“I also want you to have strong affections,” Saint Josemaría said. “If a person does not put their heart into what they do, it is unpleasant and spiritually deformed.” At the end of many get-togethers, the founder of Opus Dei blessed “the affections,” the feelings of those who had come to listen to him, because we need to put our hearts into what we do. “As true man, Jesus showed his emotions. He was hurt by the rejection of Jerusalem (cf. Mt 23:27) and this moved him to tears (cf. Lk 19:41). He was also deeply moved by the sufferings of others (cf. Mk 6:34). He felt deeply their grief (cf. Jn 11:33), and he wept at the death of a friend (cf. Jn 11:35). These examples of his sensitivity showed how much his human heart was open to others.”
Our feelings need to be formed, to mature, to learn; they tell us the truth about ourselves and about our relationships. We need to make this aspect of our being an integral part of our response to God, in order to be able to make decisions that involve our life in time. Here we have to be careful to avoid two extremes: those who deny the value of the affections and emotions, trying to silence them and pretending they don’t exist; and those whose decisions are guided only by their feelings. In both cases, the result is a fragile way of being that usually ends either in the rigidity of those who bind themselves to an idol, or in the disorientation of those who continually change course, letting themselves be led by their most immediate perceptions. Neither case creates fertile ground for joyous fidelity. If we don’t learn to integrate our emotions into a mature stance towards life, fear of the future can arise, the fear of making big decisions, which can undermine the stability of the “yes, I want to” that we once said. In contrast, the maturing of our feelings in union with our intelligence leads to a stable life, in which good things are enjoyed and less good things are borne with serenity.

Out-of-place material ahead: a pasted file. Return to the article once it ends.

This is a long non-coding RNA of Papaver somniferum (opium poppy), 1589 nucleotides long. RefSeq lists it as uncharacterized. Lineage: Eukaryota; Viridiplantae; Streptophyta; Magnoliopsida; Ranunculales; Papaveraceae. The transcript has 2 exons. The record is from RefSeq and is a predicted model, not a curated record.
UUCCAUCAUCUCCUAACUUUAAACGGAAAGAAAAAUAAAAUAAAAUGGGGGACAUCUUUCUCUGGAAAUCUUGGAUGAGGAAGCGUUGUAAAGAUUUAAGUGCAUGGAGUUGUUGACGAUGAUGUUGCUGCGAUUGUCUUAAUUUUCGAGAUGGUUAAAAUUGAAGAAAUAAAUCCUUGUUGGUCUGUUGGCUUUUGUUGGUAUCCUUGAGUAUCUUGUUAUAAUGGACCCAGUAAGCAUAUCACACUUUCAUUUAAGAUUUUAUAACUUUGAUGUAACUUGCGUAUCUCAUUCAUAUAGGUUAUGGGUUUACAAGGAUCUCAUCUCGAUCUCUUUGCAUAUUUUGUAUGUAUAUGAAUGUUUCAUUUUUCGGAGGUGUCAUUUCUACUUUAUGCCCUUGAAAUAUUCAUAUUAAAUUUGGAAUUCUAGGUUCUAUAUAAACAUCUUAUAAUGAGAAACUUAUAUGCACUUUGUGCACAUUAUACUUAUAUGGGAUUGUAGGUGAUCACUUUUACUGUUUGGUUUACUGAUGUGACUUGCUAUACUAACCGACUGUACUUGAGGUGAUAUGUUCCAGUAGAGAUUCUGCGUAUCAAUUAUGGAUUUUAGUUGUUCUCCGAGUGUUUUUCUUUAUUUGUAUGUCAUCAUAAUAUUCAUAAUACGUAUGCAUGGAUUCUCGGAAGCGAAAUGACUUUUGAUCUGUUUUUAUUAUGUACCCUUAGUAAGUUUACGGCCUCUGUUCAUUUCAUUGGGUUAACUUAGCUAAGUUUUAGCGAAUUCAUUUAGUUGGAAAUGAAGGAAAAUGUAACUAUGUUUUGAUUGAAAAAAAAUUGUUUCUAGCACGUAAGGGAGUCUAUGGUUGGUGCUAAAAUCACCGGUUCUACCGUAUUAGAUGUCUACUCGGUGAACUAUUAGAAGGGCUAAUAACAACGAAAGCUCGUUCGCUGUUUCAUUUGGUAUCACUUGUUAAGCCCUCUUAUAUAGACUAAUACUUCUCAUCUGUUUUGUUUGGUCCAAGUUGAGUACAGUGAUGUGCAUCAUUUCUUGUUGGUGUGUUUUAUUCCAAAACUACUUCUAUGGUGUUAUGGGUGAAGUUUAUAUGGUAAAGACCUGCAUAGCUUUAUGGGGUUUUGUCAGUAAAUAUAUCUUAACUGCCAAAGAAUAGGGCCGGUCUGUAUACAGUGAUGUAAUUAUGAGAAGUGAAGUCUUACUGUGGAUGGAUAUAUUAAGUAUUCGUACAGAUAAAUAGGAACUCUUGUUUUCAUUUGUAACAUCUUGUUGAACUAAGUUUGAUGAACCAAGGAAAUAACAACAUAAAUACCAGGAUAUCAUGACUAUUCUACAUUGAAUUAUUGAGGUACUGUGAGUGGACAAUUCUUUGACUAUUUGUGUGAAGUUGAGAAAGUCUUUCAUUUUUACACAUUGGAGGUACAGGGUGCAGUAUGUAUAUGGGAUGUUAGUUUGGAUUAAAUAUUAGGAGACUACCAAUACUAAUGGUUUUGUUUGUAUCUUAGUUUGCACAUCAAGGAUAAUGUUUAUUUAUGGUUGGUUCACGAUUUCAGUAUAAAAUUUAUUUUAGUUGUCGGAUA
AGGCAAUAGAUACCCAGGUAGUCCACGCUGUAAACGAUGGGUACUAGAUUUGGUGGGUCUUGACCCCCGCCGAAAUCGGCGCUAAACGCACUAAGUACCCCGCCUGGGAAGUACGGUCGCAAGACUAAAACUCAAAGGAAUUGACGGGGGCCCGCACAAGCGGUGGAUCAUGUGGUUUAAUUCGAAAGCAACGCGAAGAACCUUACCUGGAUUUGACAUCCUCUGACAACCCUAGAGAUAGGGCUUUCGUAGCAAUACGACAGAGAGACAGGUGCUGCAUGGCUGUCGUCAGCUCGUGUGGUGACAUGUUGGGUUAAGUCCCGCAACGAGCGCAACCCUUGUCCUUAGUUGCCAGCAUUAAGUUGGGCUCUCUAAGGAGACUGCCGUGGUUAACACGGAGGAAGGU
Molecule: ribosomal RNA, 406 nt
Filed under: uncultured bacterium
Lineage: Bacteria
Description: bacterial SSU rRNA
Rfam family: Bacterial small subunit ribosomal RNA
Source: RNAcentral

Awakening our vocation to love
On another of those exhausting days, Jesus rests by the well. A woman who does not belong to the Jewish people sees Him there. Our Lord knows the heart of that Samaritan woman. He knows she has had a turbulent life, that she has suffered a lot, that her heart is deeply wounded. And because He knows her heart, her deep desire for happiness, her longing for true peace, He quickly goes right to the point. You are right in saying, ‘I have no husband’; for you have had five husbands, and he whom you now have is not your husband; this you said truly (Jn 4:17-18). The Samaritan woman may have resigned herself to the conclusion that fidelity is impossible; she may even have thought that we are not made for such great things.
Perhaps we have had similar experiences, in our own lives or in the lives of people we love. But all this is no obstacle to beginning again in a life of fidelity, which is synonymous with happiness. Jesus speaks to us like this woman who, although she doesn’t yet know it, will soon become a disciple and begin a new life: whoever drinks of the water that I shall give him will never thirst; the water that I shall give him will become in him a spring of water welling up to eternal life (Jn 4:14). Jesus, facing a wounded person with little hope in her life, “addressed her desire for true love, in order to free her from the darkness in her life and bring her to the full joy of the Gospel.” Aware of the true meaning of the deep vocation to love in the heart of that Samaritan woman, Christ acts decisively and invites her to a new conversion: “It is a call from God’s love to our love, in a relationship in which God’s faithfulness always steps in first.”
 Benedict XVI, Angelus, 2 September 2012.
 Saint Josemaría, Christ Is Passing By, no. 57.
 Saint Augustine, Confessions, Book XI, Chapter XXII.
 Monsignor Fernando Ocáriz, Pastoral Letter, 19 March 2022, no. 7.
 Ibid., no. 1.
 Saint John Paul II, General Audience, 21 October 1998.
 Saint Josemaría, Notes from a family gathering, 2 October 1972.
 Francis, Amoris Laetitia, no. 144.
 Francis, Amoris Laetitia, no. 294.
 Monsignor Fernando Ocáriz, Pastoral Letter, 19 March 2022, no. 2.